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  • #16
    What are the rules for the Dutch ovens?

    Just curious.

    Stosh

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    • #17
      Gee wizz...sound like something I might have written my first year in scouts...I think cubbing can do that to you.

      I agree with most of it but it sounds so complicated. We prefer two boys to a tent but if a boy wants to be solo if it is OK with his parents if he is a newbie that is OK. Yea we discourage 3 and forbid more unless there is an emergency. As for SF requirements! My son and his bestie shared a one man backpacking tent on the AT...I thought it was super cramped but they were the only warm ones on a cold night. We usually clear this up by an annual gear discussion led by the older boys...

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      • #18
        How does one boy to a tent justify the buddy system? How does one keep track of the sleep walkers? How about the boy who gets up in the middle of the night to go to the bathroom and doesn't come back for some reason, i.e. trips and falls in the dark?

        I would rather have an 8-man patrol tent than 8 solo tents any day.

        At summer camp they slept 2 to a wall tent, but the patrols put 4 wall tents end to end and had one big lodge tent. They loved it and I didn't have a problem of boys wandering off in the middle of the night.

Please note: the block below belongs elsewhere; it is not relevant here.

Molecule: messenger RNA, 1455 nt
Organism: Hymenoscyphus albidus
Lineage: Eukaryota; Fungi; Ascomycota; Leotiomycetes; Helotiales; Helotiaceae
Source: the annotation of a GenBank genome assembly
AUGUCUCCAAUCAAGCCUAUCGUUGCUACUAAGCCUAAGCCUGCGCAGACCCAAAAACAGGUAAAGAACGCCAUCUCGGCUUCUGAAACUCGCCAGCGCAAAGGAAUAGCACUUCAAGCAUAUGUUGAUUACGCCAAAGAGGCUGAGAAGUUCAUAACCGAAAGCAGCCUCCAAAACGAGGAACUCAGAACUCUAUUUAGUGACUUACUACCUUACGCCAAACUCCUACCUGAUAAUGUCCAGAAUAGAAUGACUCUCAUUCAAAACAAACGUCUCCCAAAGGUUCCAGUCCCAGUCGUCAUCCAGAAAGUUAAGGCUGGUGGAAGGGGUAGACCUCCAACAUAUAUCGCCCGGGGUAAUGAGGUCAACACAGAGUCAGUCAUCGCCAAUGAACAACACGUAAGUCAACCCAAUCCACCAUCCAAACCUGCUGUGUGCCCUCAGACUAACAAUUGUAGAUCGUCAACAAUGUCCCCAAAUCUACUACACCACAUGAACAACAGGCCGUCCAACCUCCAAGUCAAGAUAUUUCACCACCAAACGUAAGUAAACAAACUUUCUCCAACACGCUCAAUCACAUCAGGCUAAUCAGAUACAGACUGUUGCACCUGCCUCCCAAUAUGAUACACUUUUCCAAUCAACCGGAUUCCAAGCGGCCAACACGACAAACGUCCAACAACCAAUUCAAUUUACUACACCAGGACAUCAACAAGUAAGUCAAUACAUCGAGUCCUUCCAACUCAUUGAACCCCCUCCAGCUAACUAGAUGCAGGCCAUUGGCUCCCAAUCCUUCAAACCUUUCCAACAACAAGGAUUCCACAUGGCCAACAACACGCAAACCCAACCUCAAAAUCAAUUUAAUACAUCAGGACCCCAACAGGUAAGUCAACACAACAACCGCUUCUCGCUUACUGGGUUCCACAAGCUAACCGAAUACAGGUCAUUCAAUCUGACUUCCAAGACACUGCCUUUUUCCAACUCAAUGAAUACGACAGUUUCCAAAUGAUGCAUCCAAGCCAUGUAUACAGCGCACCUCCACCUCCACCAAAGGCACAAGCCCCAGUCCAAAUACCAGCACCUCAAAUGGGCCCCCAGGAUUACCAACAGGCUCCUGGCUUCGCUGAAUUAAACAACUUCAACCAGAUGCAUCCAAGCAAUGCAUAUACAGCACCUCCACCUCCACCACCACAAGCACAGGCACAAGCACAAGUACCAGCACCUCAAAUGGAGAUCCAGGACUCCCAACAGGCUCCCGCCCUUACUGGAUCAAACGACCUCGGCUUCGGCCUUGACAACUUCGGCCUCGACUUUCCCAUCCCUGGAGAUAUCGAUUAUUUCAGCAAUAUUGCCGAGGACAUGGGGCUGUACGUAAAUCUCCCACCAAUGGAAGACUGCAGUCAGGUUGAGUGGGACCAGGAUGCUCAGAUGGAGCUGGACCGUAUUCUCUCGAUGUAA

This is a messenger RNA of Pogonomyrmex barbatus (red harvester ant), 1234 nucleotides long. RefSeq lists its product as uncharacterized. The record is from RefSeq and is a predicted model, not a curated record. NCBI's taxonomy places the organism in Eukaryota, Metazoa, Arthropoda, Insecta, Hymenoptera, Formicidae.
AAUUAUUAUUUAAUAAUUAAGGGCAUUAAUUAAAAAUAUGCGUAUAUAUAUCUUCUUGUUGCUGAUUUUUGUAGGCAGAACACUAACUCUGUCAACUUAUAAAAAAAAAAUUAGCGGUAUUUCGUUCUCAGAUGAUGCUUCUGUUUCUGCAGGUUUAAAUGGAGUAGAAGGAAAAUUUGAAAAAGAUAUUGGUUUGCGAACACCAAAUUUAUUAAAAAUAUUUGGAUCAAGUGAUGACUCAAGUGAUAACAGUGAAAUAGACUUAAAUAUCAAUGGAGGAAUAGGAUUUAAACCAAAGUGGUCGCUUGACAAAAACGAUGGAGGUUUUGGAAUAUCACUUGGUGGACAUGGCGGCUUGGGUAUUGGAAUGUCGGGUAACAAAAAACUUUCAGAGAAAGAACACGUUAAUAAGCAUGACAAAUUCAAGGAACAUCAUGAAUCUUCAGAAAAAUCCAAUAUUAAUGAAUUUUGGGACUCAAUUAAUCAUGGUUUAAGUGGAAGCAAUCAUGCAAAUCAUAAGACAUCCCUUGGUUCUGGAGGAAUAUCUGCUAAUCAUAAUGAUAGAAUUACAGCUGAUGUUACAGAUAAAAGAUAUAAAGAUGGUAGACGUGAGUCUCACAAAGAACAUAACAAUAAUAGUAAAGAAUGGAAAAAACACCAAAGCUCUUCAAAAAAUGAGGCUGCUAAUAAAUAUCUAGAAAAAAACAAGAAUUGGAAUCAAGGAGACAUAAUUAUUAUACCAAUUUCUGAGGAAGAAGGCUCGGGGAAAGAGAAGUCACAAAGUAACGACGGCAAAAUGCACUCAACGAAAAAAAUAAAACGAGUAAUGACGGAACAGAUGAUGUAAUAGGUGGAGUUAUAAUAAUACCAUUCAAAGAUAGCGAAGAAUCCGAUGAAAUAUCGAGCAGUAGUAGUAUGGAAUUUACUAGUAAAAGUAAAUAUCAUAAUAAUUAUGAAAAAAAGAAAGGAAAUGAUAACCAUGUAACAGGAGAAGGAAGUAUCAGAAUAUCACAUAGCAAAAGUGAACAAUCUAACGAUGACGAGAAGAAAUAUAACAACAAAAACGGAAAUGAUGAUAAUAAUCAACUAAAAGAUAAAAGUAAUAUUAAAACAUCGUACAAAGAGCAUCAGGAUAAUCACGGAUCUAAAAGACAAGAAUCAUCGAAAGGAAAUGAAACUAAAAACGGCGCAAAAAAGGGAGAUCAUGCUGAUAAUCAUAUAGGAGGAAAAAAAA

In my troop, everyone is buddied up. Only solo scout is a PL with odd number in a patrol.

        In my troop as a kid, it was 4 patrols, 4 big wall tents.

        Stosh

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        • #19
          WOW. That gives a bad name to lawyers. As a lawyer with knowledge of the intent of the BSA program, I would have written the policy as: A scout can use any tent they would like and, if they wish, not use a tent at all. A scout can share a tent with anyone (consistent with GTSS) or tent by themselves. Scouts are encouraged to choose tent options that are appropriate for the expected conditions, recognizing that scouts learn from making both good and bad decisions. Patrol leaders are encouraged to work with the scouts in their patrol to make sure that scouts understand the benefits and drawbacks of different tenting options and understand how to properly care for tents. But then again, those rules are so common sense, they don't need to be written down.

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          • #20
            I thought all BSA summer camps provided tents. Those canvas wall tents with no floors or screens on platforms with outriggers....no?

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            • #21